Heart of Crown – Beginners Guide

A guide to some strategy fundamentals in Heart of Crown.


So you want to help your waifu become queen? Great, this guide will attempt to teach you some of the general concepts to help you succeed at Heart of Crown. Before we start, I’ll assume that you have completed the in-game tutorial and maybe played a few games.

Rush: The Simplest Strategy

At its core, Heart of Crown is a race to 20/30 Succession Points. Consider a game of Heart of Crown without a supply deck. The fastest way to reach 20 Succession Points in this game would be to only buy Cities until you reach 6 coins. After that, only buy the most expensive Succession cards. Once you have 20 Succession Points in your deck, start putting them in your domain. If you follow this strategy with pretty much any princess you’ll win in 17 or 18 turns, though Lulusaika and Laolily are slightly faster. This is the Rush strategy, and since this doesn’t use any cards from the supply deck, you can use this strategy in any game.

Any strategy involving the supply deck must be able to beat the Rush strategy, otherwise it is not viable.

Advanced Strategy: Looking Ahead

Because of how your deck grows over the course of the game, a strategy in Heart of Crown is defined by what you want your deck to look like. The Rush strategy wants money in the Backing Phase and Succession Points in the Succession Phase and tries to get it in the simplest way possible. Making a strategy starts even before the first turn by looking at the supply set you’ll be using. I recommend playing single player games with various premade sets to help come up with strategies.

When looking at a supply set, you want to have an idea of what cards to aim for, which princess you should back, and how you should back them. As an example, the Beginner supply set is very good for building a card cycling engine, or a deck that aims to draw as much of itself as possible each turn. You can use Post Horse + Trading Ship to keep the cards flowing, City Development to improve your buying power each cycle, and Wishing Well/Alchemist to filter out Apprentice Maids. Ideally you’d like to back Bergamotte in order to reuse key actions, and back her with 1-2 Cities in order to keep actions like Post Horse/Trading Ship. A Beginner set cycling strategy can win a single player game in 15-16 turns, which will beat Rush a majority of the time.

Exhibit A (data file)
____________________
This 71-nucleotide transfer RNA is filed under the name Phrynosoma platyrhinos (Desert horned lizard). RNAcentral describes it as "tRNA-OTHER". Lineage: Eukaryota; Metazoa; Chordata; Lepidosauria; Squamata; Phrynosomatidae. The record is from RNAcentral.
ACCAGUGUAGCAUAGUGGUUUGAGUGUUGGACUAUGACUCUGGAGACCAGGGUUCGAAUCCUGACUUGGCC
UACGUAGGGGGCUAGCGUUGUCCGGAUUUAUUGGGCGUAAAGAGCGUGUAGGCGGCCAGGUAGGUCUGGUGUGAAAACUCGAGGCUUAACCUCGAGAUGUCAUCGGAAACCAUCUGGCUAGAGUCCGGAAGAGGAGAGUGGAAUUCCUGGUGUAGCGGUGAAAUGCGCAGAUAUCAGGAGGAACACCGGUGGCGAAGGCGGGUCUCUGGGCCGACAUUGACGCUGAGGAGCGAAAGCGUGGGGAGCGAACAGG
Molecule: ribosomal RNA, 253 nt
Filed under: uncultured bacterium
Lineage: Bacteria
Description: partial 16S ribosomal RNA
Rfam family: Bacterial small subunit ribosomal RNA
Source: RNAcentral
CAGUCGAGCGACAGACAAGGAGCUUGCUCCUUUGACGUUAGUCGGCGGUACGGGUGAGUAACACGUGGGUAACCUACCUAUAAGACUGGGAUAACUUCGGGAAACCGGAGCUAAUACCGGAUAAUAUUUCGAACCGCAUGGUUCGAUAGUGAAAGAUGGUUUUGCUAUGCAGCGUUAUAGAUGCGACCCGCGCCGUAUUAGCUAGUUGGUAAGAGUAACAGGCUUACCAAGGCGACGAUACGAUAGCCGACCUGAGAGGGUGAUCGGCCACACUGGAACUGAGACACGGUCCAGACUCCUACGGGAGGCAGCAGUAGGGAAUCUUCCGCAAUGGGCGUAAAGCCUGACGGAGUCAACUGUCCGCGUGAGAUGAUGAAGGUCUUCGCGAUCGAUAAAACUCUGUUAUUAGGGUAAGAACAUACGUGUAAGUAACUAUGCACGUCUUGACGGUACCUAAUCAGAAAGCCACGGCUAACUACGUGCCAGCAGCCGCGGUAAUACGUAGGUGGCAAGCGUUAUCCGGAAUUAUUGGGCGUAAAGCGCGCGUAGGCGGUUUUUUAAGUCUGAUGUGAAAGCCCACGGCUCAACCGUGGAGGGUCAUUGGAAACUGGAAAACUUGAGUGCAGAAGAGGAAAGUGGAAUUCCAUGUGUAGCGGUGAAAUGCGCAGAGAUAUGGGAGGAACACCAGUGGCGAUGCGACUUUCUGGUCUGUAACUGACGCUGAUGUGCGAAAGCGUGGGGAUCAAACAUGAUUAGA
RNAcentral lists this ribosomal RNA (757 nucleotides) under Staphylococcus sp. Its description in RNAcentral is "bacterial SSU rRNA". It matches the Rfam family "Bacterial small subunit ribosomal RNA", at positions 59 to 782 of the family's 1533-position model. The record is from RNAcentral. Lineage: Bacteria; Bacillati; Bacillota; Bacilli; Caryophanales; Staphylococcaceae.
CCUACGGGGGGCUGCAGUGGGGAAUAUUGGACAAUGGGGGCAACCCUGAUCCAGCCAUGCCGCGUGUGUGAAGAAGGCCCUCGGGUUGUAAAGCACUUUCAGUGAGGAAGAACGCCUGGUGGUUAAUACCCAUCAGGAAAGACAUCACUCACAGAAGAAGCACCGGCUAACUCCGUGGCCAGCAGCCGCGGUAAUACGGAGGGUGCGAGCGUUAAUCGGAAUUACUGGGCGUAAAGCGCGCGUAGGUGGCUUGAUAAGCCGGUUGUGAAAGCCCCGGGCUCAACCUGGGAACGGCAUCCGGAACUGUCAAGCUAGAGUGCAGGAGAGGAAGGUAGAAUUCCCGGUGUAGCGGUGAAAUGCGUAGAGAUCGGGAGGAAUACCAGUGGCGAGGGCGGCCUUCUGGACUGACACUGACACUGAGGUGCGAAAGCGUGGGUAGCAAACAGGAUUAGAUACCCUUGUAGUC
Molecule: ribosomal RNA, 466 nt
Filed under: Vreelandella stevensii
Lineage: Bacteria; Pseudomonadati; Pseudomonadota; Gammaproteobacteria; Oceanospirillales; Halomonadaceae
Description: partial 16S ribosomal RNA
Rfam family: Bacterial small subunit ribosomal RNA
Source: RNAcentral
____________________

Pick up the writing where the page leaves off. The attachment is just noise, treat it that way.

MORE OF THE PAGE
Adapting to Change

Of course, in a game with strong players, everyone will know that cycling is strong on the Beginner set and will try to use that strategy if possible. Your opponents might buy certain cards before you are able to, or important cards will not be available to everyone simply due to luck of the draw. It is therefore also important to adapt your game plan as the game goes on.

A common situation in a high-level Beginner set game is that someone will beat you to backing Bergamotte when you’re trying to make a cycling deck. What then? I’m a fan of using Klam Klam as a backup strategy and changing my focus to Large Cities and Imperial Capital/Crown if it’s available. You can also do things like buying Infantry Batallion and Battering Ram to try and delay the Bergamotte player from completing their engine. Or you can simply fall back on a Rush strategy and hope the Bergamotte player gets unlucky. There are many strategies you can try when things don’t go your way. Having to plan and adapt to strategies is what makes Heart of Crown an interesting game.


There is a lot of Heart of Crown strategy that I haven’t covered, but knowing how to make a good plan and how to change it on the fly should help you at least beat the AI. Good luck in your quest for succession!

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